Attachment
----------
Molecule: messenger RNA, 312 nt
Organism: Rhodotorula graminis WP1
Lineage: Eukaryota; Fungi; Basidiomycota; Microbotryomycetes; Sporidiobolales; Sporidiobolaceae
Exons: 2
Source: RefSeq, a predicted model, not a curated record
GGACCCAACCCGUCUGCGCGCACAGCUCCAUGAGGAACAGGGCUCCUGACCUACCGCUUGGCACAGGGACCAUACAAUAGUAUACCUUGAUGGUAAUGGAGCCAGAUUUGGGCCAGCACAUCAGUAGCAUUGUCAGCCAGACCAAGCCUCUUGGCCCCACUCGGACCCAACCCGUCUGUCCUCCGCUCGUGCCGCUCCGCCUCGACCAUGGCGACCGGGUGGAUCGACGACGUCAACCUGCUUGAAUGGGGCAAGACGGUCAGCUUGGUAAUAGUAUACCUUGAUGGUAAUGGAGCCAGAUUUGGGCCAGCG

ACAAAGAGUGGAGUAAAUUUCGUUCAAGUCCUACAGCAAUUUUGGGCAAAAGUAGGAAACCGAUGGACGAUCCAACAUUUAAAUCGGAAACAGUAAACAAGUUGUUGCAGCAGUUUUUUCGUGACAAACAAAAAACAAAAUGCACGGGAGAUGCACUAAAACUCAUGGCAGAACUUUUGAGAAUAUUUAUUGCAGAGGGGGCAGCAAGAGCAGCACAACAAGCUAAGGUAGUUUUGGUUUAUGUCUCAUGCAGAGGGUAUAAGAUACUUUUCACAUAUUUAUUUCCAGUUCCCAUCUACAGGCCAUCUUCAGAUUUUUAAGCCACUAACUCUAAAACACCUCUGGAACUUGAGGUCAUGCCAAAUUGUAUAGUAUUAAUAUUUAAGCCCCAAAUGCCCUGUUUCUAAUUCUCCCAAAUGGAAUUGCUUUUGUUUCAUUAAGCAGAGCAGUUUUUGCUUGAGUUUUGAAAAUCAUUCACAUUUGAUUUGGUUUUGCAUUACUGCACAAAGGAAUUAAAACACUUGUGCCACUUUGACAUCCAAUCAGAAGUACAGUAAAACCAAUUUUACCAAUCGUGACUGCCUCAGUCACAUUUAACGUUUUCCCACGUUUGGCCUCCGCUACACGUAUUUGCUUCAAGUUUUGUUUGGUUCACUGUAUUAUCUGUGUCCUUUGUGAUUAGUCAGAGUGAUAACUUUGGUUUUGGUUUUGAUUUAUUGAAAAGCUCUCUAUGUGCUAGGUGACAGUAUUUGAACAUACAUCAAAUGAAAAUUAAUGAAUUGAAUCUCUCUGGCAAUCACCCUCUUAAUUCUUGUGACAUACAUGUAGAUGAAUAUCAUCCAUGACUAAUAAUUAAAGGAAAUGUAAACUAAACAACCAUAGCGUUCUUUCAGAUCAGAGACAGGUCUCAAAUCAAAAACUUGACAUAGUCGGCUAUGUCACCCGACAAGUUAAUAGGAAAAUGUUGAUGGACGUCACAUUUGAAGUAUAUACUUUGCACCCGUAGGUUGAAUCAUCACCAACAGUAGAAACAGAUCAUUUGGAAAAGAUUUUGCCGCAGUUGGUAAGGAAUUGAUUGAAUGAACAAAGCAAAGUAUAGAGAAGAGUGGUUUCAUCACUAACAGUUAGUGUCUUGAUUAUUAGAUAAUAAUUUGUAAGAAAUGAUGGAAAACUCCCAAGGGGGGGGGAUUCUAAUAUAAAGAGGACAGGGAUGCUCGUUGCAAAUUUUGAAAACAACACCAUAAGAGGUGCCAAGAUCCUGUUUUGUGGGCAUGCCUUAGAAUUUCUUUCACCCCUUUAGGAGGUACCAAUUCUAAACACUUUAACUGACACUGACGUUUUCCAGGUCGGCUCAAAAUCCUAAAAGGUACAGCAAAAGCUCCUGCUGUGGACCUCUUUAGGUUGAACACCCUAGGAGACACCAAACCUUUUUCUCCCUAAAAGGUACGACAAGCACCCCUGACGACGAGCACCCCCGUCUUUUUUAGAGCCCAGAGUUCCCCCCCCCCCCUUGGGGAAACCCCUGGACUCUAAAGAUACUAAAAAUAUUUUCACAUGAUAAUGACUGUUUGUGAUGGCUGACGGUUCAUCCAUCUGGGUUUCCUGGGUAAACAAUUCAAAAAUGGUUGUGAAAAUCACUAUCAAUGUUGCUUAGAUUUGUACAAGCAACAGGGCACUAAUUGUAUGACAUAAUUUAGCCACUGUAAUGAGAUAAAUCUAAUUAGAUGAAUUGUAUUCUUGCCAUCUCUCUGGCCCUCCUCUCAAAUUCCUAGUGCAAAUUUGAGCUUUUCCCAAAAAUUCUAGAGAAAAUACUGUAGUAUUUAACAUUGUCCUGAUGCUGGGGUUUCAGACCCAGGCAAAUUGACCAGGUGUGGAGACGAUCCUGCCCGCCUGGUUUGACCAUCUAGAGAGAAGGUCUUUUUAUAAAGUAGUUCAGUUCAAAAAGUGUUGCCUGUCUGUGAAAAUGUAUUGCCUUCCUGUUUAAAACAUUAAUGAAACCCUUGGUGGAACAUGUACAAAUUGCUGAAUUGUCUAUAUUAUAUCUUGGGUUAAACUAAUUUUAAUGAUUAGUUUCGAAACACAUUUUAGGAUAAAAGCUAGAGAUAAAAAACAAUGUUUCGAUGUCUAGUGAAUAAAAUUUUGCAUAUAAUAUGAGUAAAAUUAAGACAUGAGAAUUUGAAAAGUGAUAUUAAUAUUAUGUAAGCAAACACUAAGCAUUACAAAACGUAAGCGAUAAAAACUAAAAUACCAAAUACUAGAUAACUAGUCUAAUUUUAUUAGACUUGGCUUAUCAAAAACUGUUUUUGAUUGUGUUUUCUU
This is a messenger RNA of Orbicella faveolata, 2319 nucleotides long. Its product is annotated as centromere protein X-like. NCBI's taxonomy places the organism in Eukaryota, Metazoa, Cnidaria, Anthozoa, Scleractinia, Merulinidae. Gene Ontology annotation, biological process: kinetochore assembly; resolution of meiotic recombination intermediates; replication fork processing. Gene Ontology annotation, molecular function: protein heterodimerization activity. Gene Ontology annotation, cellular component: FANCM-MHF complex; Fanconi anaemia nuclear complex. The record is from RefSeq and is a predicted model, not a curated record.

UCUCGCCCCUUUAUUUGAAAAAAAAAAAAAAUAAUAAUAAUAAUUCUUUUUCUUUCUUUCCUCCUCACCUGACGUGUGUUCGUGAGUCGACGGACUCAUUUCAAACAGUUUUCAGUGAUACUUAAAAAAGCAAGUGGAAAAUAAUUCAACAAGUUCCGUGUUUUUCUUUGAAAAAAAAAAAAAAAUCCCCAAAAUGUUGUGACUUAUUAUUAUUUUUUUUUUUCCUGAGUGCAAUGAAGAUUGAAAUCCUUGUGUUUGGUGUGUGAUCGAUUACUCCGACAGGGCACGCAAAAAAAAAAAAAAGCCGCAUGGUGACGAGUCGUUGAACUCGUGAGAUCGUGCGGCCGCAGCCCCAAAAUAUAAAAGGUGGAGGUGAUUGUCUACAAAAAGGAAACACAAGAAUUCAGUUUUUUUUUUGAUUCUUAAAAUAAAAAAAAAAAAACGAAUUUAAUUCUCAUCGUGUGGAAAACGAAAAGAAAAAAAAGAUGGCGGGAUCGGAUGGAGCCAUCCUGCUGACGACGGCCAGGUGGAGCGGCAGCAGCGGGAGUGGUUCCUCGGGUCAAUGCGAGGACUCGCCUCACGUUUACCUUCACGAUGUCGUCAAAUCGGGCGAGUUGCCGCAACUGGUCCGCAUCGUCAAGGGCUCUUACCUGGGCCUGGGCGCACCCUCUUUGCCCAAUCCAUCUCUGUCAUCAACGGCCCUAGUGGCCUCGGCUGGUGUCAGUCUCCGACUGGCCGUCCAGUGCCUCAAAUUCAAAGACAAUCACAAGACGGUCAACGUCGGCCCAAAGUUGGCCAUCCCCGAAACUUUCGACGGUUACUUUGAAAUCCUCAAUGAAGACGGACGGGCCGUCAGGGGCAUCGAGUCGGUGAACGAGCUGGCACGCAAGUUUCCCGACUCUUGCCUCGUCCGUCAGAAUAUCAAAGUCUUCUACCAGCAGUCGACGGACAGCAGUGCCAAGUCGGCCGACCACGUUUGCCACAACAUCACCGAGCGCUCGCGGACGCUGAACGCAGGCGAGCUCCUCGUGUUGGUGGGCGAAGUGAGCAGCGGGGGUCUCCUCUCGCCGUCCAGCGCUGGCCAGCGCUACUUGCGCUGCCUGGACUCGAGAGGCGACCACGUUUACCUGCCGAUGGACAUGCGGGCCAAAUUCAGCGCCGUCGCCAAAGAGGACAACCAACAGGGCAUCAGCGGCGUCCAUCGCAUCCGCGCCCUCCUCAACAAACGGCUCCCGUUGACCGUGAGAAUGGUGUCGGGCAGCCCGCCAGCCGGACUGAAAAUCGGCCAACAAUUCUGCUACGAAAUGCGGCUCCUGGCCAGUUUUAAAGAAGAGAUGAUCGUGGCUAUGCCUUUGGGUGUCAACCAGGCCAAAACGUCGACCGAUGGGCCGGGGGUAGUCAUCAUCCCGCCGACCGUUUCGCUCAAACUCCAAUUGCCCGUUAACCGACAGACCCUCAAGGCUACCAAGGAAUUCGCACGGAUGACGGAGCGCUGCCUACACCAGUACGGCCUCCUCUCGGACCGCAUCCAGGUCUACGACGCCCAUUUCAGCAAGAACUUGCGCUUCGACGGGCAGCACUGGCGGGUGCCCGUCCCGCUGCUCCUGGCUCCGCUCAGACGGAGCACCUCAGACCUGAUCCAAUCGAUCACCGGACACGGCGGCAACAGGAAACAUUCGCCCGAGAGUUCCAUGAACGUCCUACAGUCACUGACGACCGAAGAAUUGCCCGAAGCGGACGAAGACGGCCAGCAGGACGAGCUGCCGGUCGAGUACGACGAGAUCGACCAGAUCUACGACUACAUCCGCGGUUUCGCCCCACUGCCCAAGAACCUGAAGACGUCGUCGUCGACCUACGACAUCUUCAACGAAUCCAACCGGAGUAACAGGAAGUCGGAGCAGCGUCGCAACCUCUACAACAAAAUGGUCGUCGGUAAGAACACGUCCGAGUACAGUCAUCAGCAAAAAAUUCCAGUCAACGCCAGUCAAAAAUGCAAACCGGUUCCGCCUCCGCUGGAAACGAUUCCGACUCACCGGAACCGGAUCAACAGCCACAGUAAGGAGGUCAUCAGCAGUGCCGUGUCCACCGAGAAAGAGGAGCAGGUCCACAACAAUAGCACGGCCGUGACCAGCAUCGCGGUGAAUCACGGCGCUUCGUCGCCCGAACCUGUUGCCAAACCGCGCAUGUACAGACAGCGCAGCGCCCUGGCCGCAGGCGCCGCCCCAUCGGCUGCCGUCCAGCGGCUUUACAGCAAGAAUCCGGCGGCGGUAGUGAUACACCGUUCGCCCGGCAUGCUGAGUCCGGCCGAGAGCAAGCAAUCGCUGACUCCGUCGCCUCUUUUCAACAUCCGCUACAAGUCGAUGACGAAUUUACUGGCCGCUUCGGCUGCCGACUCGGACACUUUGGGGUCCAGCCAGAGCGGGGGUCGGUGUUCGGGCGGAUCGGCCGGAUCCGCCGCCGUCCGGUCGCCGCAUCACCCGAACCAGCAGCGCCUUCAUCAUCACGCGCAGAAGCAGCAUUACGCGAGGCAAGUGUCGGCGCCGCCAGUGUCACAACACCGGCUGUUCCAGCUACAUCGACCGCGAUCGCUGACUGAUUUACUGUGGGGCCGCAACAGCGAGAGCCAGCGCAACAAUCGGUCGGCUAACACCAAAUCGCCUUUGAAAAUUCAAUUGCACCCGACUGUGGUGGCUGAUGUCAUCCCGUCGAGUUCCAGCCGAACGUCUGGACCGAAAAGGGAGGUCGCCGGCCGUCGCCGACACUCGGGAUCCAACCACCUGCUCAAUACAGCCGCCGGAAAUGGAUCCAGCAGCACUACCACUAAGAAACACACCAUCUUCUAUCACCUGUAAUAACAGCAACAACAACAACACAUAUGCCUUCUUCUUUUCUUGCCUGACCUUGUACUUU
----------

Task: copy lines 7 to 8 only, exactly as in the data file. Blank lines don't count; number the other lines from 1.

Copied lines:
ACAAAGAGUGGAGUAAAUUUCGUUCAAGUCCUACAGCAAUUUUGGGCAAAAGUAGGAAACCGAUGGACGAUCCAACAUUUAAAUCGGAAACAGUAAACAAGUUGUUGCAGCAGUUUUUUCGUGACAAACAAAAAACAAAAUGCACGGGAGAUGCACUAAAACUCAUGGCAGAACUUUUGAGAAUAUUUAUUGCAGAGGGGGCAGCAAGAGCAGCACAACAAGCUAAGGUAGUUUUGGUUUAUGUCUCAUGCAGAGGGUAUAAGAUACUUUUCACAUAUUUAUUUCCAGUUCCCAUCUACAGGCCAUCUUCAGAUUUUUAAGCCACUAACUCUAAAACACCUCUGGAACUUGAGGUCAUGCCAAAUUGUAUAGUAUUAAUAUUUAAGCCCCAAAUGCCCUGUUUCUAAUUCUCCCAAAUGGAAUUGCUUUUGUUUCAUUAAGCAGAGCAGUUUUUGCUUGAGUUUUGAAAAUCAUUCACAUUUGAUUUGGUUUUGCAUUACUGCACAAAGGAAUUAAAACACUUGUGCCACUUUGACAUCCAAUCAGAAGUACAGUAAAACCAAUUUUACCAAUCGUGACUGCCUCAGUCACAUUUAACGUUUUCCCACGUUUGGCCUCCGCUACACGUAUUUGCUUCAAGUUUUGUUUGGUUCACUGUAUUAUCUGUGUCCUUUGUGAUUAGUCAGAGUGAUAACUUUGGUUUUGGUUUUGAUUUAUUGAAAAGCUCUCUAUGUGCUAGGUGACAGUAUUUGAACAUACAUCAAAUGAAAAUUAAUGAAUUGAAUCUCUCUGGCAAUCACCCUCUUAAUUCUUGUGACAUACAUGUAGAUGAAUAUCAUCCAUGACUAAUAAUUAAAGGAAAUGUAAACUAAACAACCAUAGCGUUCUUUCAGAUCAGAGACAGGUCUCAAAUCAAAAACUUGACAUAGUCGGCUAUGUCACCCGACAAGUUAAUAGGAAAAUGUUGAUGGACGUCACAUUUGAAGUAUAUACUUUGCACCCGUAGGUUGAAUCAUCACCAACAGUAGAAACAGAUCAUUUGGAAAAGAUUUUGCCGCAGUUGGUAAGGAAUUGAUUGAAUGAACAAAGCAAAGUAUAGAGAAGAGUGGUUUCAUCACUAACAGUUAGUGUCUUGAUUAUUAGAUAAUAAUUUGUAAGAAAUGAUGGAAAACUCCCAAGGGGGGGGGAUUCUAAUAUAAAGAGGACAGGGAUGCUCGUUGCAAAUUUUGAAAACAACACCAUAAGAGGUGCCAAGAUCCUGUUUUGUGGGCAUGCCUUAGAAUUUCUUUCACCCCUUUAGGAGGUACCAAUUCUAAACACUUUAACUGACACUGACGUUUUCCAGGUCGGCUCAAAAUCCUAAAAGGUACAGCAAAAGCUCCUGCUGUGGACCUCUUUAGGUUGAACACCCUAGGAGACACCAAACCUUUUUCUCCCUAAAAGGUACGACAAGCACCCCUGACGACGAGCACCCCCGUCUUUUUUAGAGCCCAGAGUUCCCCCCCCCCCCUUGGGGAAACCCCUGGACUCUAAAGAUACUAAAAAUAUUUUCACAUGAUAAUGACUGUUUGUGAUGGCUGACGGUUCAUCCAUCUGGGUUUCCUGGGUAAACAAUUCAAAAAUGGUUGUGAAAAUCACUAUCAAUGUUGCUUAGAUUUGUACAAGCAACAGGGCACUAAUUGUAUGACAUAAUUUAGCCACUGUAAUGAGAUAAAUCUAAUUAGAUGAAUUGUAUUCUUGCCAUCUCUCUGGCCCUCCUCUCAAAUUCCUAGUGCAAAUUUGAGCUUUUCCCAAAAAUUCUAGAGAAAAUACUGUAGUAUUUAACAUUGUCCUGAUGCUGGGGUUUCAGACCCAGGCAAAUUGACCAGGUGUGGAGACGAUCCUGCCCGCCUGGUUUGACCAUCUAGAGAGAAGGUCUUUUUAUAAAGUAGUUCAGUUCAAAAAGUGUUGCCUGUCUGUGAAAAUGUAUUGCCUUCCUGUUUAAAACAUUAAUGAAACCCUUGGUGGAACAUGUACAAAUUGCUGAAUUGUCUAUAUUAUAUCUUGGGUUAAACUAAUUUUAAUGAUUAGUUUCGAAACACAUUUUAGGAUAAAAGCUAGAGAUAAAAAACAAUGUUUCGAUGUCUAGUGAAUAAAAUUUUGCAUAUAAUAUGAGUAAAAUUAAGACAUGAGAAUUUGAAAAGUGAUAUUAAUAUUAUGUAAGCAAACACUAAGCAUUACAAAACGUAAGCGAUAAAAACUAAAAUACCAAAUACUAGAUAACUAGUCUAAUUUUAUUAGACUUGGCUUAUCAAAAACUGUUUUUGAUUGUGUUUUCUU
This is a messenger RNA of Orbicella faveolata, 2319 nucleotides long. Its product is annotated as centromere protein X-like. NCBI's taxonomy places the organism in Eukaryota, Metazoa, Cnidaria, Anthozoa, Scleractinia, Merulinidae. Gene Ontology annotation, biological process: kinetochore assembly; resolution of meiotic recombination intermediates; replication fork processing. Gene Ontology annotation, molecular function: protein heterodimerization activity. Gene Ontology annotation, cellular component: FANCM-MHF complex; Fanconi anaemia nuclear complex. The record is from RefSeq and is a predicted model, not a curated record.